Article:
Carmen - Musical

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September 2024

In a small Spanish town, an engagement is being celebrated: Mayor Mendoza, the local mayor, is marrying off his daughter, Catarina, to José Rivera. However, the event takes an unexpected turn when a circus troupe arrives led by Carmen. The fiery, seductive, unrestrained nature of Carmen captivates José so much that he is willing to give up his previously balanced life for her. Frank Wildhorn's musical, directed by Zsolt Homonnay, presents to the audience the eternal, captivating passion of women, the instinctive and insatiable attraction between man and woman, in a 21st-century, extravagant setting. The Budapest Operetta Theater's new domestic premiere uniquely combines dramatic musical theater with elements of a spectacularly visual show, with a focus on the circus as a genre and stage environment. The breathtaking music sweeps everyone away, just as it does José with Carmen...

Program and cast

Conductor: Tassonyi Zsolt, Oberfrank Péter



Frank Wildhorn - Composer

Jack Murphy - Based on the book by Norman Allen

Dénes Orbán János - Hungarian text, lyrics

Zsolt Tassonyi - Musical director

Mónika Szabó - Conductor of choir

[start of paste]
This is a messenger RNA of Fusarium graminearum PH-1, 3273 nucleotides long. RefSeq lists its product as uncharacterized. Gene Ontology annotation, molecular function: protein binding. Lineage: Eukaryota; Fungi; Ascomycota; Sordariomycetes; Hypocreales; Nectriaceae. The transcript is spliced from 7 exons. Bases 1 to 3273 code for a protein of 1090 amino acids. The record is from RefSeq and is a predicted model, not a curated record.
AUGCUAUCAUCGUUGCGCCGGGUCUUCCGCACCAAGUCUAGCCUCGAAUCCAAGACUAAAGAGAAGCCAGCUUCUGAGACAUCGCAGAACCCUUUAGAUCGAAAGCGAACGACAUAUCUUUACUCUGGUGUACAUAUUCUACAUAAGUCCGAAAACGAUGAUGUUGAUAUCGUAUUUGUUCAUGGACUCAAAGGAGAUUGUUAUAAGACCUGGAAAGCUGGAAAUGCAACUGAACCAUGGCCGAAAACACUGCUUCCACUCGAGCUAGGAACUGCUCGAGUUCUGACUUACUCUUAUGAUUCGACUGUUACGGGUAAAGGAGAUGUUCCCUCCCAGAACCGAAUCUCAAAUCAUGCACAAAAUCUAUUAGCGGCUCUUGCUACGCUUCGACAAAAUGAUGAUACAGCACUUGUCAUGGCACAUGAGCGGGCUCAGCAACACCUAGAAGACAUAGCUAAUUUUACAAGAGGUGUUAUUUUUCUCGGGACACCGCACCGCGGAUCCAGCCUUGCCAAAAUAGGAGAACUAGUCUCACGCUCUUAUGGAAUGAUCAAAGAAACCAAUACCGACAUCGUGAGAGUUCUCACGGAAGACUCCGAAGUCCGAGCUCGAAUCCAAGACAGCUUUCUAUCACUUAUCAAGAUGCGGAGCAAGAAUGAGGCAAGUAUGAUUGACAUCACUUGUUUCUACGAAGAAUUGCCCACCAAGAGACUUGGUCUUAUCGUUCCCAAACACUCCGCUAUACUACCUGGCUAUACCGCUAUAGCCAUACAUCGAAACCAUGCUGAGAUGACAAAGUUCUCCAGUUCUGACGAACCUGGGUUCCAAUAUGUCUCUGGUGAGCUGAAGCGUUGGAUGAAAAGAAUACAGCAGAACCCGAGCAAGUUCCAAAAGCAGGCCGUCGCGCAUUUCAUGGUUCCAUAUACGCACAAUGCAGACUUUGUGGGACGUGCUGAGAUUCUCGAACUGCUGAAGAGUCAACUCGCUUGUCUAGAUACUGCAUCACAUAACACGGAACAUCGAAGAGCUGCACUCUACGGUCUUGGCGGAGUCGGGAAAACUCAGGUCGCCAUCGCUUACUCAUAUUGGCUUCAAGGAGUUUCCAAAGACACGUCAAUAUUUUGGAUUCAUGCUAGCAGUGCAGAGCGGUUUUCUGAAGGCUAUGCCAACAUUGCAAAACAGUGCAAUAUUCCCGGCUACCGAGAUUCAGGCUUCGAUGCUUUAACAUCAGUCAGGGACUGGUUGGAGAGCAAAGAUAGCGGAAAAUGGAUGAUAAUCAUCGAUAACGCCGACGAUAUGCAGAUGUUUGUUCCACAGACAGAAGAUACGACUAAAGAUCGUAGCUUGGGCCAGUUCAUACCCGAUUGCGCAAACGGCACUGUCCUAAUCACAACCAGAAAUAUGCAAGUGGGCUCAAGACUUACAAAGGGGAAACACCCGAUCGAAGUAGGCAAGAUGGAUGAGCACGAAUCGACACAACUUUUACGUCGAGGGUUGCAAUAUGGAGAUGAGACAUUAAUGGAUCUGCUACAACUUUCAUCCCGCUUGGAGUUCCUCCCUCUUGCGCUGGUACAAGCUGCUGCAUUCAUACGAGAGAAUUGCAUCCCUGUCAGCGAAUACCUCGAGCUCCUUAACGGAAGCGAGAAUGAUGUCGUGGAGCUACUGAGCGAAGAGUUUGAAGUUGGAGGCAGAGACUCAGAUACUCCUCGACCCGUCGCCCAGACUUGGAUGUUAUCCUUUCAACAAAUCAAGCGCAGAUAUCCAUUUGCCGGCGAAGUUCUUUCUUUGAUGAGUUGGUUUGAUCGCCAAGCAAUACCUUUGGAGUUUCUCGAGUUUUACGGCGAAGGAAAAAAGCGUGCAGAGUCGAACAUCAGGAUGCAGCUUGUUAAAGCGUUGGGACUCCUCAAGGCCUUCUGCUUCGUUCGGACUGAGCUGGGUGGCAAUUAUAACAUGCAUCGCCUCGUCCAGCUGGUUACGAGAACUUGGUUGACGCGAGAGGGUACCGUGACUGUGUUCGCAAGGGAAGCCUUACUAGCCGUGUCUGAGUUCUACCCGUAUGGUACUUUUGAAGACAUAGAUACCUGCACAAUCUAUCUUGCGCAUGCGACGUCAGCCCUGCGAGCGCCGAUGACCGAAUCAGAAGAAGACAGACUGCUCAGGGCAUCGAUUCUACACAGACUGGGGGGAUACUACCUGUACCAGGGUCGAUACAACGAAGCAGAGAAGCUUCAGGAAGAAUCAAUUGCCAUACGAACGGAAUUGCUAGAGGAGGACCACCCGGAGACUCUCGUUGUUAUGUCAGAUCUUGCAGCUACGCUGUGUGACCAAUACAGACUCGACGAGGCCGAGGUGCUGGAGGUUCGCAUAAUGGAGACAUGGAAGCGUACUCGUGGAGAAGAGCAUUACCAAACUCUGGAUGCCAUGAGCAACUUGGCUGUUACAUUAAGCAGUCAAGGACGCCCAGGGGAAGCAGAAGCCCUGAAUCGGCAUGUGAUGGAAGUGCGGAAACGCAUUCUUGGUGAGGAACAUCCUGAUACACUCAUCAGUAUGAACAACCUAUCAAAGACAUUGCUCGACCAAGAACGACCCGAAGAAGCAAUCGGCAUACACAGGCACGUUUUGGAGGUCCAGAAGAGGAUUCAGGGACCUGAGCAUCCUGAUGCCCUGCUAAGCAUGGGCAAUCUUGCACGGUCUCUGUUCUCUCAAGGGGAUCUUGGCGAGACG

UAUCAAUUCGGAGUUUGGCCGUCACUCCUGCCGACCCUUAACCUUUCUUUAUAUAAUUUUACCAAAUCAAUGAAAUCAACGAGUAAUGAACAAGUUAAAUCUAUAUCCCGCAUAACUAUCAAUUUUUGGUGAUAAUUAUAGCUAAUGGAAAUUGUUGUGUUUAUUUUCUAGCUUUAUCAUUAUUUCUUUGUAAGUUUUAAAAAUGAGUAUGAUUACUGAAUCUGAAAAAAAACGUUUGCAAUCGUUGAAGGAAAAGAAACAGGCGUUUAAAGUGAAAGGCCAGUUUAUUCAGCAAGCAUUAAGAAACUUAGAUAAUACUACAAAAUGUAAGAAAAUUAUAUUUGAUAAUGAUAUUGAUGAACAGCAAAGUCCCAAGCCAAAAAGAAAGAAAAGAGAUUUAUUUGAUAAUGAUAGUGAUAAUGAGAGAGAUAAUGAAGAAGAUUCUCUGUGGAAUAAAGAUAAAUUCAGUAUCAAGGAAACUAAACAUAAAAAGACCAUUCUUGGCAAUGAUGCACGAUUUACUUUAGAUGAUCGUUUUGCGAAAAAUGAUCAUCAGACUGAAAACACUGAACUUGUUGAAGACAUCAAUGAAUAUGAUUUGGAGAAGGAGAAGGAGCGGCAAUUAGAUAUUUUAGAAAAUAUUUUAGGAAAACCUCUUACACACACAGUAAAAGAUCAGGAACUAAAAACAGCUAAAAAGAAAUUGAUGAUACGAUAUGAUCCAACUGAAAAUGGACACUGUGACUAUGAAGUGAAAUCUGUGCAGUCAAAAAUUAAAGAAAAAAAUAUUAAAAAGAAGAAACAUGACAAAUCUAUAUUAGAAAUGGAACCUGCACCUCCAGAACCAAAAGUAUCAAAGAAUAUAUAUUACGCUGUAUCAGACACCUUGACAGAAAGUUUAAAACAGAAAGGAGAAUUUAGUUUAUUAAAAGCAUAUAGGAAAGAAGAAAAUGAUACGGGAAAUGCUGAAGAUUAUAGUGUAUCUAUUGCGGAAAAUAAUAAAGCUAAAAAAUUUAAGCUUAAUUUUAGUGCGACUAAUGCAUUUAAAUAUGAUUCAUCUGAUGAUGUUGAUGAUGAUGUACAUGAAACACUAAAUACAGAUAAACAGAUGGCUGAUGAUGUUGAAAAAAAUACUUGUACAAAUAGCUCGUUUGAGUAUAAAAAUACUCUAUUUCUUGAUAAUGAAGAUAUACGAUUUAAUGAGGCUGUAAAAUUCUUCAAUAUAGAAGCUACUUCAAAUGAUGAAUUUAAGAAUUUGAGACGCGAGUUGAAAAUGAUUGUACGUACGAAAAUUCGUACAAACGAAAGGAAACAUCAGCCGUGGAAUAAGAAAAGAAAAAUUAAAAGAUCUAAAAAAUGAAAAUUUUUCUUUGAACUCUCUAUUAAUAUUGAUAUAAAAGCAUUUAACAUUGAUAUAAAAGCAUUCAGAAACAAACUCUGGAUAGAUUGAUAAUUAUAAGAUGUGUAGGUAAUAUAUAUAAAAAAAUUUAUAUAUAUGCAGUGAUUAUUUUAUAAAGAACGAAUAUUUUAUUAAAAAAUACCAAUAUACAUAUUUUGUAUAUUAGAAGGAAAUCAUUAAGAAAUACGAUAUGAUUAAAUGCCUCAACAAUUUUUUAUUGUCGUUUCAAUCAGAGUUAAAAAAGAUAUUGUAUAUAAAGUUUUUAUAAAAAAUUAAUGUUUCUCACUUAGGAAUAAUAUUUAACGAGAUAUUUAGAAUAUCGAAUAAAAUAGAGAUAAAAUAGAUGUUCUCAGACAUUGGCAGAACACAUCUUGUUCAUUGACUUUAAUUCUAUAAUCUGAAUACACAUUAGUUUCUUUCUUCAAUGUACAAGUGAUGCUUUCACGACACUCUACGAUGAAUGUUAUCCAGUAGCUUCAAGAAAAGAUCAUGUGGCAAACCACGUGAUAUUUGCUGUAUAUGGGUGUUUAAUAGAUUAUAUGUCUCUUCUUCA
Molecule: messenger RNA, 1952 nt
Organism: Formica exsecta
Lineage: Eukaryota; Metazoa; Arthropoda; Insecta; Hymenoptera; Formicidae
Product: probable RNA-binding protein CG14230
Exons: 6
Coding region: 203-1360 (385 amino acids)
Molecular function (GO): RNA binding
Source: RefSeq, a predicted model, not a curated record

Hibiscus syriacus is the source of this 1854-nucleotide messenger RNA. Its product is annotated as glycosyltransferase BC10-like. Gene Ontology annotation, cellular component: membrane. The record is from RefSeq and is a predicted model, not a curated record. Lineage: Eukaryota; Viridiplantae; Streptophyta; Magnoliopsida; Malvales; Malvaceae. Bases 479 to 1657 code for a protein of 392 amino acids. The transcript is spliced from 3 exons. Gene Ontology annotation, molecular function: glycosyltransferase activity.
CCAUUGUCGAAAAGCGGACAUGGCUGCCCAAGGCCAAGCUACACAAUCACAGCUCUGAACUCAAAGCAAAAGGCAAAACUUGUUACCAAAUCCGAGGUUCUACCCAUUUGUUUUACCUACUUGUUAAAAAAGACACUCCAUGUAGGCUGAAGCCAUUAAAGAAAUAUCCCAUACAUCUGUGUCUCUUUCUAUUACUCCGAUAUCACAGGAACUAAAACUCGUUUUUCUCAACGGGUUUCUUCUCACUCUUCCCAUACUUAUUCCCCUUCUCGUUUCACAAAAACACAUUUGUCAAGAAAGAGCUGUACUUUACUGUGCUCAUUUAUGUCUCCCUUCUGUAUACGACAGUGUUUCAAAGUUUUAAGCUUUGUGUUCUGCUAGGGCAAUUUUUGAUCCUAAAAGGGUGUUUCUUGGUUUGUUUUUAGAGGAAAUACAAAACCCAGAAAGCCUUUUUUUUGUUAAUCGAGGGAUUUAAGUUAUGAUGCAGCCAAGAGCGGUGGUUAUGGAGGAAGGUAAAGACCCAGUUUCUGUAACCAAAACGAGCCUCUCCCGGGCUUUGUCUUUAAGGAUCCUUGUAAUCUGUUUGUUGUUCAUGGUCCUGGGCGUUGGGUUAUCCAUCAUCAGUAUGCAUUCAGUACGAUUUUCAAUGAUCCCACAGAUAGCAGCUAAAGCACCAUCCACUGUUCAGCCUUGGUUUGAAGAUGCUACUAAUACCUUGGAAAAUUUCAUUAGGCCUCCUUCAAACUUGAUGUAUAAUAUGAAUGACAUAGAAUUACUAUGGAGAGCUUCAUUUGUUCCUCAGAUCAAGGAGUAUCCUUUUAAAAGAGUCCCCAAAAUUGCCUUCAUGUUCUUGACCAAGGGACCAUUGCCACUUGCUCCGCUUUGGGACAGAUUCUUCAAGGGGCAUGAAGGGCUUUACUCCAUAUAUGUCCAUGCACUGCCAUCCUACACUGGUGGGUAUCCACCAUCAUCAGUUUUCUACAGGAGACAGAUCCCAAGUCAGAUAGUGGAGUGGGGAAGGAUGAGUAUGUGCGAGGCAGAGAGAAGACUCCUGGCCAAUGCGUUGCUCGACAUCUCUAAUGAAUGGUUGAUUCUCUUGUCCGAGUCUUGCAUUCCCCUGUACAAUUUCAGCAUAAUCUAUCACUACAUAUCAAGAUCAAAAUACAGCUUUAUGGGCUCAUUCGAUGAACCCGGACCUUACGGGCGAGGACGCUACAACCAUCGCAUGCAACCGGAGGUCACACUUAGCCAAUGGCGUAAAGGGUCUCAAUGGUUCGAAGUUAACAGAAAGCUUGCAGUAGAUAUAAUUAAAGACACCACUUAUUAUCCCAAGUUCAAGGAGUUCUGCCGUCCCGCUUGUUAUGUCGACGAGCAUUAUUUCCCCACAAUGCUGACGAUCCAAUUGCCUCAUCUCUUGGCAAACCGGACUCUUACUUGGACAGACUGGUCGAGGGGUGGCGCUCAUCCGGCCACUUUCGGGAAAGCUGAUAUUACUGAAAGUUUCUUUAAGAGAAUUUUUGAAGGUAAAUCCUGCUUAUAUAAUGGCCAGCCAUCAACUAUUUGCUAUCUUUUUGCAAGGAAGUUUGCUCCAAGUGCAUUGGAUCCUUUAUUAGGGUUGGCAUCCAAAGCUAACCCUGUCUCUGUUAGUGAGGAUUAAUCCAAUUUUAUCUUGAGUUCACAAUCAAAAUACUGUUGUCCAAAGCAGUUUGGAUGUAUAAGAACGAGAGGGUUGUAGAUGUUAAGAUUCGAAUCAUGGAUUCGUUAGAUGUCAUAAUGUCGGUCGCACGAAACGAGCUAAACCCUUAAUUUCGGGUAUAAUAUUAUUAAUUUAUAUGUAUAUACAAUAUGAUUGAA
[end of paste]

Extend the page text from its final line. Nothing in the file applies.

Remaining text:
Zsófia Pirók m. v. - Flamenco dance teacher

Incze Kitti - Assistant choreographer

Rebeka Birkenstock - Assistant director

Márta Angyal - Director's colleague

Balázs Sándi - Lead sound engineer

Ákos Bodor - Light designer

Péter Somfai - Visual effects

Sándor Oláh - Scenic artist

Diana Sparrow - Costume designer

Anni Füzér - Costume designer

Erzsébet Túri - Set designer

Dániel Krizsán - Choreographer

Zsolt Homonnay - Director



Veronika Nádasi - Carmen

Annamari Dance - Carmen

Franciska Lipics (e.h. SZFE) - Carmen

Dénes Kocsis - José Rivera, police lieutenant

Tibor Nemes (e.h. SZFE) - José Rivera, police lieutenant

Balázs Tassonyi - José Rivera, police lieutenant

Attila Dolhai - Garcia, knife thrower

Sándor György-Rózsa - Garcia, knife thrower

Zsolt Homonnay - Garcia, knife thrower

Flóra Széles - Katarina, the mayor's daughter

Kelemen Fanni - Katarina, the mayor's daughter

Nagy Alma Virág (e.h. SZFE) - Katarina, the mayor's daughter

Kata Janza - Fortune Teller

Nikolett Füredi - Fortune Teller

Zsuzsi Vágó - Fortune Teller

Andrea Szulák - Inez, Katarina's aunt

Éva Auksz - Inez, Katarina's aunt

Anna Peller - Inez, Katarina's aunt

Lóránt Nagy - Zuniga, police captain

Attila Németh - Zuniga, police captain

Attila Miklós - Zuniga, police captain

Tamás Földes - Mendoza, mayor

György Szomor - Mendoza, mayor